Even if you’re not yet required to adhere to federal and state EEO laws, it’s a good idea to protect your employees and observe EEO guidelines.
Here are some things you can do to stay compliant with EEO requirements:
- Don’t discriminate. Follow all the anti-discrimination laws when hiring and managing your employees.
- Post a copy of the “EEO is the Law” poster. Put it in a location that’s clear to everyone and accessible for those with limited mobility, like the lunchroom. This poster outlines the laws that prevent discrimination and explains how employees can file a complaint. Download and print the “EEO is the Law” poster here.
- Keep certain paperwork on file for a period of time. For example, you need to keep employment records for one year and payroll records for four years. Get a more detailed overview at the EEOC website here and here.
- File an EEO-1 Report (if you need to). Do you have 100 or more people on your team? What about 50 or more folks and a government contract of at least $50,000? Then you may need to file the EEO-1 Report. It’s a report that tells your state that you’ve just hired an employee. You can file the EEO-1 form online. If you’ve never filed before, make sure you register your company before starting.
Pro tip: Keep good records of everything! If you’re ever audited by the EEOC, you’ll need proof that you didn’t discriminate. As always though, it’s best to consult an HR expert in your area who can provide guidance on how to appropriately adhere to the EEOC.
What happens if I break EEO laws?
Ideally, all employers place employee protection high on their list of priorities, but it’s important to know what can happen if you don’t follow them.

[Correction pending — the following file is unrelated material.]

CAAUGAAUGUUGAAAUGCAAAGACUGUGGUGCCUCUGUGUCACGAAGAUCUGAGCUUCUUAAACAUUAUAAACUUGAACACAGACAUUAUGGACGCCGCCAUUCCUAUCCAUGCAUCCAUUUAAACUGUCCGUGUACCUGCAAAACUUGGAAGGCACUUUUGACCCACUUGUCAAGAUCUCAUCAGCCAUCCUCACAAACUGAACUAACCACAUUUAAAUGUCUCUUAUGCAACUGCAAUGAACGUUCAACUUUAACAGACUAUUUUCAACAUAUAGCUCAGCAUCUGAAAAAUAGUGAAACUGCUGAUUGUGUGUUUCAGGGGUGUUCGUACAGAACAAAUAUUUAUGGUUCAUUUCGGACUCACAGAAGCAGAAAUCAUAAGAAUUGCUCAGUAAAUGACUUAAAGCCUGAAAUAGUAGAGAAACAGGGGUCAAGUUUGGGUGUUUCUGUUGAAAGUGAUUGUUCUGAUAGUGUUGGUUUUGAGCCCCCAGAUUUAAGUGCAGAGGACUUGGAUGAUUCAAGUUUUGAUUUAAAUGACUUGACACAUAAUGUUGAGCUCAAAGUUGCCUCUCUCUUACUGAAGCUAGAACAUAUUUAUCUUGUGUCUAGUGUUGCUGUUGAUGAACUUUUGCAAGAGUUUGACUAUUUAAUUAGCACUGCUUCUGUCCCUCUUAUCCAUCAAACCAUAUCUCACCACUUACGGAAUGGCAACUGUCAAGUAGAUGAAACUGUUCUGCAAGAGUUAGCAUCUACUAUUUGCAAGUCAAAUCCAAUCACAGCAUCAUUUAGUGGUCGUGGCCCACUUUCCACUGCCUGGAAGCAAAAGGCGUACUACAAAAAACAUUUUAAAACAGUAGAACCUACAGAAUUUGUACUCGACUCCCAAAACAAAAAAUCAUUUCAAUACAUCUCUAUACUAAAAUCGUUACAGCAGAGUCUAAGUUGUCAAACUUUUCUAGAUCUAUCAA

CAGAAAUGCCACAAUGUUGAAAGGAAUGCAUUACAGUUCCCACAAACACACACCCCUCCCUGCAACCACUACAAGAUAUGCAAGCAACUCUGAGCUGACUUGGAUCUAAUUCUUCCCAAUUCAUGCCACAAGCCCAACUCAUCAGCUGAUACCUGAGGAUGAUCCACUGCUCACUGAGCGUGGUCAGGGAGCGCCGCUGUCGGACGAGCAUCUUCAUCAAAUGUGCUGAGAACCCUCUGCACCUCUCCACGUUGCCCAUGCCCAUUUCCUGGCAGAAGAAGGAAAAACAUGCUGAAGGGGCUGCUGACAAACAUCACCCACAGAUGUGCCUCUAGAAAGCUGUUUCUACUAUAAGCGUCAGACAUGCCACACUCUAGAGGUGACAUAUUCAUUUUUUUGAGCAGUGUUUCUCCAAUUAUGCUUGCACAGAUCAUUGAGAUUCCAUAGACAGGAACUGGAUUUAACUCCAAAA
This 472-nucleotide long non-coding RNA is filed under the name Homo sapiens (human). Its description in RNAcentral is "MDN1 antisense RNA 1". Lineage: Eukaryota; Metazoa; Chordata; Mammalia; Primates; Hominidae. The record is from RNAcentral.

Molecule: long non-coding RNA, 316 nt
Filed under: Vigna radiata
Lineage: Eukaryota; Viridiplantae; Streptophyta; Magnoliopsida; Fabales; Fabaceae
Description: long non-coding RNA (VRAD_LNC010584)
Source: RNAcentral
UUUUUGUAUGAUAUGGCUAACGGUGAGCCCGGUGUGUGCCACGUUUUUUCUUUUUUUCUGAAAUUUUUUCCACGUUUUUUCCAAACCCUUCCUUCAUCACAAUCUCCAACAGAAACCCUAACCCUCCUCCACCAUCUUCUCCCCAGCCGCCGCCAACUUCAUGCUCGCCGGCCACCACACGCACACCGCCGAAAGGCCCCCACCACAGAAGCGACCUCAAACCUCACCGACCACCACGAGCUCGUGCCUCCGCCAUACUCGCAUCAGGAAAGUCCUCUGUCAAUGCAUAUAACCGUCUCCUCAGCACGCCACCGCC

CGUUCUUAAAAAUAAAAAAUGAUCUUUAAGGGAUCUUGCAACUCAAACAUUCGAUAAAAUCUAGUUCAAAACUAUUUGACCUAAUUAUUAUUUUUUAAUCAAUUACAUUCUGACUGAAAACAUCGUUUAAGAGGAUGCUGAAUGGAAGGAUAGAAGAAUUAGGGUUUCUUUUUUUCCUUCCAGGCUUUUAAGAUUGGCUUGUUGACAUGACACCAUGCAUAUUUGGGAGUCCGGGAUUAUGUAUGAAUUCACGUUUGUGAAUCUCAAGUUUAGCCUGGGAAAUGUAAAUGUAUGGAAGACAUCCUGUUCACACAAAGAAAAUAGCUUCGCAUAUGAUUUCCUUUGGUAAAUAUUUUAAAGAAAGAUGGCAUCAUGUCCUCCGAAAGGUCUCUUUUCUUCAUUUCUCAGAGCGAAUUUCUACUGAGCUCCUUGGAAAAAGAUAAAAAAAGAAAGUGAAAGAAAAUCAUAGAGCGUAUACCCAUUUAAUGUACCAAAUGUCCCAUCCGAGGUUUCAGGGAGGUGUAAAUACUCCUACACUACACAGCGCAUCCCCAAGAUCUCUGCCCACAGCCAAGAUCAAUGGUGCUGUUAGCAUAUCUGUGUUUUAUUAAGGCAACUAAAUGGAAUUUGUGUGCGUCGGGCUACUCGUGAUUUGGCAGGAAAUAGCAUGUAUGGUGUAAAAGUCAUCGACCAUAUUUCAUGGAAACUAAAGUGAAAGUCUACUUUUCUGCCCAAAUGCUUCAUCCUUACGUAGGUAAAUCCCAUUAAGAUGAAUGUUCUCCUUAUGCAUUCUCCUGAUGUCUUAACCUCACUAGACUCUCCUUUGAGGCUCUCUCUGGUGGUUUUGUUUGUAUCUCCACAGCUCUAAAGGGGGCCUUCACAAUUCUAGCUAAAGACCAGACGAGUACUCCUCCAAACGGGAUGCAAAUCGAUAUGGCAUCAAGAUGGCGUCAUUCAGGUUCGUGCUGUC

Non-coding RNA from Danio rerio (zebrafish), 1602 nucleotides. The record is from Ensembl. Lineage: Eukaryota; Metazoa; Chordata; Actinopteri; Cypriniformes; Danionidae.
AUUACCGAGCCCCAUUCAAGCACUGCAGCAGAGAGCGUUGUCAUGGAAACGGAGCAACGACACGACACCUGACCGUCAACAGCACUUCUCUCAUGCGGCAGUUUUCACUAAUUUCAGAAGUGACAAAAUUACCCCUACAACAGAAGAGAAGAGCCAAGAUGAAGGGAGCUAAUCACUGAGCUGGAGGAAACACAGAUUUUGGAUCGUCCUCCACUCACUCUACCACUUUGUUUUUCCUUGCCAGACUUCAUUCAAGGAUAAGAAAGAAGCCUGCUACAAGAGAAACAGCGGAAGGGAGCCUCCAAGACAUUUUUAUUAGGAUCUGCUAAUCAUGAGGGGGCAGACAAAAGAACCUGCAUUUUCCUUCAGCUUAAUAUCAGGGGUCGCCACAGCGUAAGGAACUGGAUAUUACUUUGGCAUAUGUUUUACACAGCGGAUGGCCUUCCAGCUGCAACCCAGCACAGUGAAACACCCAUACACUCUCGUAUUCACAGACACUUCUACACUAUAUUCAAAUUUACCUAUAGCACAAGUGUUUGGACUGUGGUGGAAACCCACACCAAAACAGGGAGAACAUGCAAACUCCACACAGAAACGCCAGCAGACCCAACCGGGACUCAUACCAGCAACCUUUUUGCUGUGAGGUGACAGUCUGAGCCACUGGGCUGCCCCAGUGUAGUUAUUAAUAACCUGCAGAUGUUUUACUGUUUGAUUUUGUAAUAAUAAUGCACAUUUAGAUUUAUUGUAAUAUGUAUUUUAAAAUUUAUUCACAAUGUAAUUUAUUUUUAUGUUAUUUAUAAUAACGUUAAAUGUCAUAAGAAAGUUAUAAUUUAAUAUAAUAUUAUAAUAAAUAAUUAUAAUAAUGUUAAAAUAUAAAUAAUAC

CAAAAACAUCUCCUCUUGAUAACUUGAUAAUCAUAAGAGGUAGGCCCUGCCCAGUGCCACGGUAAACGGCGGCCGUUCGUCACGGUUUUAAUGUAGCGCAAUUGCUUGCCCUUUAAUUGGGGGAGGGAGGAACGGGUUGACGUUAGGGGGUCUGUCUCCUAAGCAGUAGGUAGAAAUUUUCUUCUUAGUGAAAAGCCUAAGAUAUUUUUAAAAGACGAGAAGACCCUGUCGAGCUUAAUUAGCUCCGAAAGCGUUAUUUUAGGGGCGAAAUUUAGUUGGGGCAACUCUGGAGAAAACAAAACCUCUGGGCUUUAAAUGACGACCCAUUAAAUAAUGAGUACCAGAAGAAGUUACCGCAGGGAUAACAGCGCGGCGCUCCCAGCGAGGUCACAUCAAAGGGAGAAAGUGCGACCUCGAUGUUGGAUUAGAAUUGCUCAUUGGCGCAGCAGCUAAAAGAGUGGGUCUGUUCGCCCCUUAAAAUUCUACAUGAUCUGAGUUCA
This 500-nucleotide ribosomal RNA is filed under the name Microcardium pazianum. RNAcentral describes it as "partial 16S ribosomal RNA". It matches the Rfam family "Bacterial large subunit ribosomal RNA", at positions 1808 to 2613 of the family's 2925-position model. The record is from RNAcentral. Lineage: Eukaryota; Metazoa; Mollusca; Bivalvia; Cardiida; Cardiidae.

There’s a sliding scale for not complying with EEO laws. On the lower end, employers who fail to post the “EEO is the Law” poster in employee common areas can be fined $576, and an EEO claim for employers with 15-100 employees is capped at $50,000. This maximum scales with company size to $300,000 for a company with more than 500 employees.
You can read the full list of damages here. As always, be sure to check the state-level guidelines as well.
What happens if I get an EEO complaint?
Complaints are never fun to deal with—however, you should know the basics in case you find yourself confronting a claim.
If an incident occurs, employees and job applicants have 180 days (or up to 300 days in some states) to file a Charge of Discrimination. The charge can be submitted by another individual, lawyer, or organization to help protect the person’s anonymity.
Once that happens, the EEOC assigns an investigator to look into the claim, which may involve interviews, statements, and other documentation. Alternatively, the employer can decide to resolve the case through mediation.
Once the investigator has wrapped up their assessment, they’ll decide whether to dismiss or move forward with the charge. If the charge has legs, the EEOC needs to notify the employer within 10 days. Then, they’ll work with all parties involved to remedy the situation.
Being an EEOC-compliant employer is entirely doable—you just need to know where to go. If you build a strong, open culture and follow these EEO requirements, you can rest easy knowing you’re treating your team as fairly as can be.
For more tips and information, visit this EEOC page.